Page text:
QuoteOriginally posted by: gianluca19QuoteOriginally posted by: CuchulainnQuoteOriginally posted by: gianluca19QuoteOriginally posted by: spv205As with any field, you need many more people implementing theories than doing research.The large volumes of quants required was for programming/implementing new payoffs etc ( in existing pricing library).its not to say that people aren't encouraged to do their own research/ give presentations etc, but as catastropha says the majority of quant work is programming.you then have headquants presenting their research (derman, piterbarg, balland etc, and that hasn't really changed)- which may or may not ever be implemented within the bank.the reality is that there are just not that many new models required.gianluca19: they don't need Phds in maths- just smart people. Put it another way - they don't care whether your phd is in algebraic topology or stochastics. Its just a filter to get smart people with minimum effort- ie without interviewing 1000 people.what i don't get is why they need smart people to do a programming job...probably because they need to understand what they are implementing then...Interesting viewpointDo you consider programming to more menial than let's say, maths? Or that it is easier?Probably there are different levels of programming...but I remember when i used to program (i did the informatic olympiads) the hard thing was to imagine the reasoning, the mathematical stuff behind the problem you wanted to solve.then the programming part was just about memorizing the syntax and writing a code without errors.i'm not saying that this is easy, but if you have got the idea, then you will implement it, somehow. while if you don't have the right idea you will never finish.In real-life industry, the situation is much much different. There you build systems with 100 people, 3000 customers and the s/w must last 20 years. And make a profit."memorising syntax" I have never heard that before. Strange..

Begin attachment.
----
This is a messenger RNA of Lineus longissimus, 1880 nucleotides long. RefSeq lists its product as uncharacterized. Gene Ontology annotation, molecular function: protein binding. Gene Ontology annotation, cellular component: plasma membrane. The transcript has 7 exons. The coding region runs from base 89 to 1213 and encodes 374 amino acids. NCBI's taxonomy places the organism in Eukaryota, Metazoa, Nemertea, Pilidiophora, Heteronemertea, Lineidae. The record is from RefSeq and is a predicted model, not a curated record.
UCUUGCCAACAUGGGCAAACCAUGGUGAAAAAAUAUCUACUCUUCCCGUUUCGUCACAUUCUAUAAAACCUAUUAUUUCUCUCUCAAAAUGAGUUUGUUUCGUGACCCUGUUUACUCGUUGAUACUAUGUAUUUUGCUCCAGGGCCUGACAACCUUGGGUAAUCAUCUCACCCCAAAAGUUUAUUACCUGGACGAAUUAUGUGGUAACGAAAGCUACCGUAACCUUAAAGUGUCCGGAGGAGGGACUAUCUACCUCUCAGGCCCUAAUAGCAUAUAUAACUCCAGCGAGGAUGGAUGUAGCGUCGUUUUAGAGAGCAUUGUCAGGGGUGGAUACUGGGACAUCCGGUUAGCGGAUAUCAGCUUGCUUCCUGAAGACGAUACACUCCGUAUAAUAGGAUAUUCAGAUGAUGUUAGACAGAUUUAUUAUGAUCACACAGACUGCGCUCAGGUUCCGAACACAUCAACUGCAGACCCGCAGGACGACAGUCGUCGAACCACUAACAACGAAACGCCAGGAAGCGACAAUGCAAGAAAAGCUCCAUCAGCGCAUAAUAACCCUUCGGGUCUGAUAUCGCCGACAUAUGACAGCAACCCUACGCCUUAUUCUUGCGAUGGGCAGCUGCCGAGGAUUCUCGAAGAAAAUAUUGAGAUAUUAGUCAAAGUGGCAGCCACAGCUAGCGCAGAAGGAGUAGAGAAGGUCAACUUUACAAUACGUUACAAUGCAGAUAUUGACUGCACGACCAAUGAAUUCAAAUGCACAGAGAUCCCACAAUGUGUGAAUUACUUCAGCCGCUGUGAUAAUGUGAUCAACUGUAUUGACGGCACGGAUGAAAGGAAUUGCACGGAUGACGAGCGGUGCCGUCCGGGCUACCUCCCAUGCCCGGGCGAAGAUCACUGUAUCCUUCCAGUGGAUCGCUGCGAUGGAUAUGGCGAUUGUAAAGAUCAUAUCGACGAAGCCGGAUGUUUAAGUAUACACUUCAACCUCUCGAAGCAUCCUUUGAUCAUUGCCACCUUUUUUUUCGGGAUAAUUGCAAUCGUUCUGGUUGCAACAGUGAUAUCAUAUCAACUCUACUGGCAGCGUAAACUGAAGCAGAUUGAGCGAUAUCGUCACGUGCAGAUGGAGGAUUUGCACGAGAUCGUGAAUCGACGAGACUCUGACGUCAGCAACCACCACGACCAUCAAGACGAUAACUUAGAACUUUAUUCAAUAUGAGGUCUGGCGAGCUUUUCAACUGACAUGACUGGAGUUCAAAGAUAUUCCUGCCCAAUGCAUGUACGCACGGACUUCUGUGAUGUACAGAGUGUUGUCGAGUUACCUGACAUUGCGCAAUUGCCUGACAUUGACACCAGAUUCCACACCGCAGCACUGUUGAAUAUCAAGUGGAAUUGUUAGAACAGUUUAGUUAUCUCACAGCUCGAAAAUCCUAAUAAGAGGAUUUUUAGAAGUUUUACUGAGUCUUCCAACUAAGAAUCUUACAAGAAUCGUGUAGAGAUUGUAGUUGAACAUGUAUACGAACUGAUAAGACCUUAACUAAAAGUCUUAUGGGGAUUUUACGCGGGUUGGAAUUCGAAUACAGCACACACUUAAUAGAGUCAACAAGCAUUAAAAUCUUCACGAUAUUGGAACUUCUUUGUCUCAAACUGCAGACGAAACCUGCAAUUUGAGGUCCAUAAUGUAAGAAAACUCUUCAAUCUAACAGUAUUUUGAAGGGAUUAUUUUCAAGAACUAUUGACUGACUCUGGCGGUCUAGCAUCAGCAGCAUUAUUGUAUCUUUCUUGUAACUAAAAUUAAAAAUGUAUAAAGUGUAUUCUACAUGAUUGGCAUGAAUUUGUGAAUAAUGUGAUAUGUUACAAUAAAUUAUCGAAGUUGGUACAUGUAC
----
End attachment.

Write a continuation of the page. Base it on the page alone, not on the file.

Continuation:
Last edited by Cuchulainn
on March 30th, 2012, 10:00 pm, edited 1 time in total.